It seems to me that music has a lot of positive attributes to it. It is an ART form. However, it does not have to be recreational.

    Okay prepare to face some awesome lawyer skills:
    Music is therapeutic and it can be used as medicine. In which case, you’re listening to it for your health and well being. Music has long been used to help people deal with their emotions. According to the wikipedia article on Music therapy:
    Music therapy is an interpersonal process in which the therapist uses music and all of its facets—physical, emotional, mental, social, aesthetic, and spiritual—to help clients to improve or maintain their health. In some instances, the client’s needs are addressed directly through music; in others they are addressed through the relationships that develop between the client and therapist. Music therapy is used with individuals of all ages and with a variety of conditions, including: psychiatric disorders, medical problems, physical handicaps, sensory impairments, developmental disabilities, substance abuse, communication disorders, interpersonal problems, and aging. It is also used to: improve learning, build self-esteem, reduce stress, support physical exercise, and facilitate a host of other health-related activities.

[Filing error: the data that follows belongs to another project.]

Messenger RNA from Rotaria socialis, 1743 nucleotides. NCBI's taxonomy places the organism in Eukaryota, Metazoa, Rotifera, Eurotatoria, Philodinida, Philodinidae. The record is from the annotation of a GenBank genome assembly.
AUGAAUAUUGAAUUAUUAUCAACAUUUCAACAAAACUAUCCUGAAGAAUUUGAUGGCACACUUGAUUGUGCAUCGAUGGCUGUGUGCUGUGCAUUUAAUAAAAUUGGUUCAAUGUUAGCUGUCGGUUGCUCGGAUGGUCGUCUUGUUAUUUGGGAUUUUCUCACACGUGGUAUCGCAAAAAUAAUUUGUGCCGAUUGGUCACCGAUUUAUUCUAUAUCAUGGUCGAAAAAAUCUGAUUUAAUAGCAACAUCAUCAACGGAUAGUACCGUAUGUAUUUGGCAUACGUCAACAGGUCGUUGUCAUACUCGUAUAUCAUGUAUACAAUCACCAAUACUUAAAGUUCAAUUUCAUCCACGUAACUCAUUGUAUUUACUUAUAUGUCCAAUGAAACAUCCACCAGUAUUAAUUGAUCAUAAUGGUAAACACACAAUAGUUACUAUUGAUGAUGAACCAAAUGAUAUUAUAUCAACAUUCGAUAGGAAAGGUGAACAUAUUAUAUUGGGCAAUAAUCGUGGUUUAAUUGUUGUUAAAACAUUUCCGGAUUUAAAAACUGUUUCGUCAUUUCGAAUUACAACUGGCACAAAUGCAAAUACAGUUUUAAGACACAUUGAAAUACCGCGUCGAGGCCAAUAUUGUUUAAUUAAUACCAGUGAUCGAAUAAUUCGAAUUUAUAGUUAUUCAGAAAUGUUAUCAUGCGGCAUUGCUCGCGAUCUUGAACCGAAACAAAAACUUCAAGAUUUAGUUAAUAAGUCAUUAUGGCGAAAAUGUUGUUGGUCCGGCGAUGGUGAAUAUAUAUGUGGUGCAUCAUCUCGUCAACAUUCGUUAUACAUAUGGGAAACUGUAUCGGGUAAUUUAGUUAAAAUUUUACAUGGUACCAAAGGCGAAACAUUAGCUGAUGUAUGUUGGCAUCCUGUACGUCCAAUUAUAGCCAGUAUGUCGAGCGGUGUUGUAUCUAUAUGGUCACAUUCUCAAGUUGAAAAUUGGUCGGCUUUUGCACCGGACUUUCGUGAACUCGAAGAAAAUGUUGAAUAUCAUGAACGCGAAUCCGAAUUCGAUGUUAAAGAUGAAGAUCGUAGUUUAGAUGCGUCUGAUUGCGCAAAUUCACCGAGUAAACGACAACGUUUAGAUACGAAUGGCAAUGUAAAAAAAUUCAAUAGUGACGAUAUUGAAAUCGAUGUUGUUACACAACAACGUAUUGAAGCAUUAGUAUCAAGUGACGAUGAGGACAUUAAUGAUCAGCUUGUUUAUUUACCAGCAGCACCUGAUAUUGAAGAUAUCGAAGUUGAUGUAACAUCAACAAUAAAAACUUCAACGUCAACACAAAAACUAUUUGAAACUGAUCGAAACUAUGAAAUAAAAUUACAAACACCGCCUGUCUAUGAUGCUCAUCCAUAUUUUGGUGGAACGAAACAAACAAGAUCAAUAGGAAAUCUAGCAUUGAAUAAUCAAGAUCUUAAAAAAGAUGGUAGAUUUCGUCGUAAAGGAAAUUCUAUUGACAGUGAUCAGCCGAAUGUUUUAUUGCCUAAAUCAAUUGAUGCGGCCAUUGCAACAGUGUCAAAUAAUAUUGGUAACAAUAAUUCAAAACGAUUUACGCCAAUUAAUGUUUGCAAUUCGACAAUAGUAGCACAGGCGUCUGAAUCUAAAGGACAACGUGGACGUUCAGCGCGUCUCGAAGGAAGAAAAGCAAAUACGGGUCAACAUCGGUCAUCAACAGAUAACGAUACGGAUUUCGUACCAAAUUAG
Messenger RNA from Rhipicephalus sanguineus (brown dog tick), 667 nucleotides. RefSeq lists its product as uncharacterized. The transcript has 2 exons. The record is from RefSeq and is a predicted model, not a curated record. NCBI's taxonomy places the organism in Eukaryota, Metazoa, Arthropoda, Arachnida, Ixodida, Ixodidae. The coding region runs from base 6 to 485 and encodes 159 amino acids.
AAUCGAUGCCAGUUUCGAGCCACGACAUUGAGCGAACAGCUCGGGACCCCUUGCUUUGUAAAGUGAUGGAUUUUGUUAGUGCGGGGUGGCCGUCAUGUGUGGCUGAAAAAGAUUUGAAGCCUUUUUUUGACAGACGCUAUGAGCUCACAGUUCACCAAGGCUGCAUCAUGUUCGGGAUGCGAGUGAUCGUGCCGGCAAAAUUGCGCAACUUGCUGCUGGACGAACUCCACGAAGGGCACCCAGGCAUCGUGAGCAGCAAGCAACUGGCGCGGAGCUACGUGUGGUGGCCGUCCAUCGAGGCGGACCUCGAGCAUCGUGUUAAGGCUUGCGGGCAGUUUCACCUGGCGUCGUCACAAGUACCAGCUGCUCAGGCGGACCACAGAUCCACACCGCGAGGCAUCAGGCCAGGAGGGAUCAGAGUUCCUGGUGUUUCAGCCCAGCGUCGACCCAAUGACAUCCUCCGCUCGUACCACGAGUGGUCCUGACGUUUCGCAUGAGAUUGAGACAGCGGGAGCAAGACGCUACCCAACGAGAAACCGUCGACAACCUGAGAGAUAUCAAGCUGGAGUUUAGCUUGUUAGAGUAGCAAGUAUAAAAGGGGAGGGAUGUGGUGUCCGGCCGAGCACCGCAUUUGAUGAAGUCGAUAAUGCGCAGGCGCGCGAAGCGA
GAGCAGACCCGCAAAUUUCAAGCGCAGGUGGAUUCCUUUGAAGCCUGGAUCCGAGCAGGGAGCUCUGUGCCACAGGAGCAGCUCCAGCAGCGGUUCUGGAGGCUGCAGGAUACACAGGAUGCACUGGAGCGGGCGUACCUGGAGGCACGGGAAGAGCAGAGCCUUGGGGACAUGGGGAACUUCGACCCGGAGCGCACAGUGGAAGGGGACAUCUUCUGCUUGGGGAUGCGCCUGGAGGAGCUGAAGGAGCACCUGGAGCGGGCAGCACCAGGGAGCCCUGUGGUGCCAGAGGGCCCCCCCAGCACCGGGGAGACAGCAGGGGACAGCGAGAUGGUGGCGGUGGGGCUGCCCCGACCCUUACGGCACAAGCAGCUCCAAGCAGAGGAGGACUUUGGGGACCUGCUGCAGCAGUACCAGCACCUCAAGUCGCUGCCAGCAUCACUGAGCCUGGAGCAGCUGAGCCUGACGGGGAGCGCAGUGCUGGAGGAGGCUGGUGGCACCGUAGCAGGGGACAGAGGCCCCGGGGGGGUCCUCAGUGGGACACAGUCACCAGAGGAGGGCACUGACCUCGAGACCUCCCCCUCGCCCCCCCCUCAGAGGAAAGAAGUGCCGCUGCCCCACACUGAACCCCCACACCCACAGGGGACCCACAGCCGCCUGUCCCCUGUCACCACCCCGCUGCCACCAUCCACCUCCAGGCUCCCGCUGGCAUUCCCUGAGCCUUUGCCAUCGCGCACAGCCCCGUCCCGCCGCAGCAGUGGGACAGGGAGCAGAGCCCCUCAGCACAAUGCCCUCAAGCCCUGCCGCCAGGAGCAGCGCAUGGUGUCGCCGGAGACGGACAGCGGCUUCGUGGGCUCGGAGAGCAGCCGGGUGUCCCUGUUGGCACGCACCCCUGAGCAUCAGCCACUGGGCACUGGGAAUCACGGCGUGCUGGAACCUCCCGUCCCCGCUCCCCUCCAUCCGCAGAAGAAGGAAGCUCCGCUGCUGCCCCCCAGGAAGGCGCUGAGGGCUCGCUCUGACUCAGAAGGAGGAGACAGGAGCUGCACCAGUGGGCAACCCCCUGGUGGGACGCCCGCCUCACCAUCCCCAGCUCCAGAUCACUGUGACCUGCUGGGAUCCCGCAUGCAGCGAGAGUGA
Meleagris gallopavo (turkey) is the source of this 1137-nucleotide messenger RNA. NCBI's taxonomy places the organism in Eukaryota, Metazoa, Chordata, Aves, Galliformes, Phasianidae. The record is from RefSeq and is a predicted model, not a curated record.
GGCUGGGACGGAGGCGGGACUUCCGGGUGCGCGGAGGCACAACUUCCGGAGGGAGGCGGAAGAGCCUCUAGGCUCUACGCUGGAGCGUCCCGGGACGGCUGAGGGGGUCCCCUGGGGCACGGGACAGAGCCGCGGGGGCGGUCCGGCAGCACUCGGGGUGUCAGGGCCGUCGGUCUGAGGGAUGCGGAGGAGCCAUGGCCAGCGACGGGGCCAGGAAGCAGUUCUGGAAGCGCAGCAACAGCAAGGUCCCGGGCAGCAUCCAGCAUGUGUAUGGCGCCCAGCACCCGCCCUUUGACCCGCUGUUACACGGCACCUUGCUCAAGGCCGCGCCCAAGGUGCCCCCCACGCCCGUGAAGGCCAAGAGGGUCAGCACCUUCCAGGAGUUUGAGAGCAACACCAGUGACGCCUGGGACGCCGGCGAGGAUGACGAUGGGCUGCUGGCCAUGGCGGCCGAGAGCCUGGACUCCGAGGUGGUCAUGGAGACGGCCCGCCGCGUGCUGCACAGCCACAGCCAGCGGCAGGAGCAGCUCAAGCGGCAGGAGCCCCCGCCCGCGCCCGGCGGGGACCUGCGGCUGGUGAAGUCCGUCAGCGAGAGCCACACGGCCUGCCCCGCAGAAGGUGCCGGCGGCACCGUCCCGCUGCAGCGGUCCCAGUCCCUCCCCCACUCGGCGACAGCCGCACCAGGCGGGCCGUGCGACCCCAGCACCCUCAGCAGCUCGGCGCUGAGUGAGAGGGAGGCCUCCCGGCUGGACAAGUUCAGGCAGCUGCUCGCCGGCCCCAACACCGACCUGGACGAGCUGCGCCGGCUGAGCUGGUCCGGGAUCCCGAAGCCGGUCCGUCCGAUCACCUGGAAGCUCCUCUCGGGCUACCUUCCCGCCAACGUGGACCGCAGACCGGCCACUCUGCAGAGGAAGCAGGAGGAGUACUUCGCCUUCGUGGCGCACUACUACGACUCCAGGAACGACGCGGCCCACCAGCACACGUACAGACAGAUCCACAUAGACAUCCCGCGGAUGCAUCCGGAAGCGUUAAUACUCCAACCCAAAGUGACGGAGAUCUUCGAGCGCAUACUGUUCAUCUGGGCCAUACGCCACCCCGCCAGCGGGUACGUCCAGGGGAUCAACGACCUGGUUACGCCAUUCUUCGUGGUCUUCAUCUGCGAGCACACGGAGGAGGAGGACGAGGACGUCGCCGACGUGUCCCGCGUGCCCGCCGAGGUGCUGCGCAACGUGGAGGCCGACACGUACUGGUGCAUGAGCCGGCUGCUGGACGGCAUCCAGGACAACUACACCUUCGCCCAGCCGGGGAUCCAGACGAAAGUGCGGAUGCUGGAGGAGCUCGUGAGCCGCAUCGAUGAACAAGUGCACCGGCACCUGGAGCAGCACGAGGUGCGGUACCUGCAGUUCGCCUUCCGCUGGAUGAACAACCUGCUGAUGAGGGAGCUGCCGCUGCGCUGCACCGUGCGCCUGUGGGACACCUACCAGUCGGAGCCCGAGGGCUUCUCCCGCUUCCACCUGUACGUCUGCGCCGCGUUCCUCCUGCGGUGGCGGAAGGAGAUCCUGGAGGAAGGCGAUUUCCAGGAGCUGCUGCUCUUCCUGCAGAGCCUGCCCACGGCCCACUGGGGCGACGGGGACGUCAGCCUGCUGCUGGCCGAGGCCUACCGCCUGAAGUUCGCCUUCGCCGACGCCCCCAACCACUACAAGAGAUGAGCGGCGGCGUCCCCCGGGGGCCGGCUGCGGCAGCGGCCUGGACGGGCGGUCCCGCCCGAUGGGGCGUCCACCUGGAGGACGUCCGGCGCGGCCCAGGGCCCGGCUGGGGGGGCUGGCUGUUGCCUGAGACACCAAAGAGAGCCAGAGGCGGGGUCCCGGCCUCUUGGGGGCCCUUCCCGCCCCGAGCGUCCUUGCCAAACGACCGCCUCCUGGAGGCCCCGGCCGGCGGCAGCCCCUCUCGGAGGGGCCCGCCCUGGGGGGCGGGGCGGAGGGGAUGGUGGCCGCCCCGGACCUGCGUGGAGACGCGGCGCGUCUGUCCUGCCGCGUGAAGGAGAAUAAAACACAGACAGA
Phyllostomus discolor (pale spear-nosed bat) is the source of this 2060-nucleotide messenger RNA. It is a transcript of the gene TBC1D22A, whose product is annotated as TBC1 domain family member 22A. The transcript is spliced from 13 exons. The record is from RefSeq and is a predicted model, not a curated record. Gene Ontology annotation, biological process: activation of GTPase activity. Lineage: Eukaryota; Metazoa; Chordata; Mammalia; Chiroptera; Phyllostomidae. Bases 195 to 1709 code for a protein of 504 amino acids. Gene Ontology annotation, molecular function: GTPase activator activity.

So, what if I am listening to music as a therapeutic thing? bam! Not really a bad thing is it? And since its a medicine its necessary for my health. Ergo, it is permissible in such a case. Loophole detected.

    btw, the ruling/fatwa on music that I saw on A. sistani’s website a decade ago was that Music that leads to sinful acts is haram–which is quite different from the fatwa i see above from A. Khamenei.

    I still find your argument about music developing into an addiction interesting however. I couldn’t much scientific evidence of it. Other than some research that suggests that the pleasurable feelings associated with emotional music are the result of dopamine release in the striatum–the same anatomical areas that underpin the anticipatory and rewarding aspects of drug addiction:
    http://www.ncbi.nlm.nih.gov/pubmed/21217764

    But then again you can argue that almost everything pleasurable causes dopamine releases here and there. if you get addicted to the dopamine releases caused by chocolate, then chocolate is no better than music in such a case.

    I also came across the following website, which also provides some interesting counter perspectives: http://www.islamawareness.net/Music/prohibited.html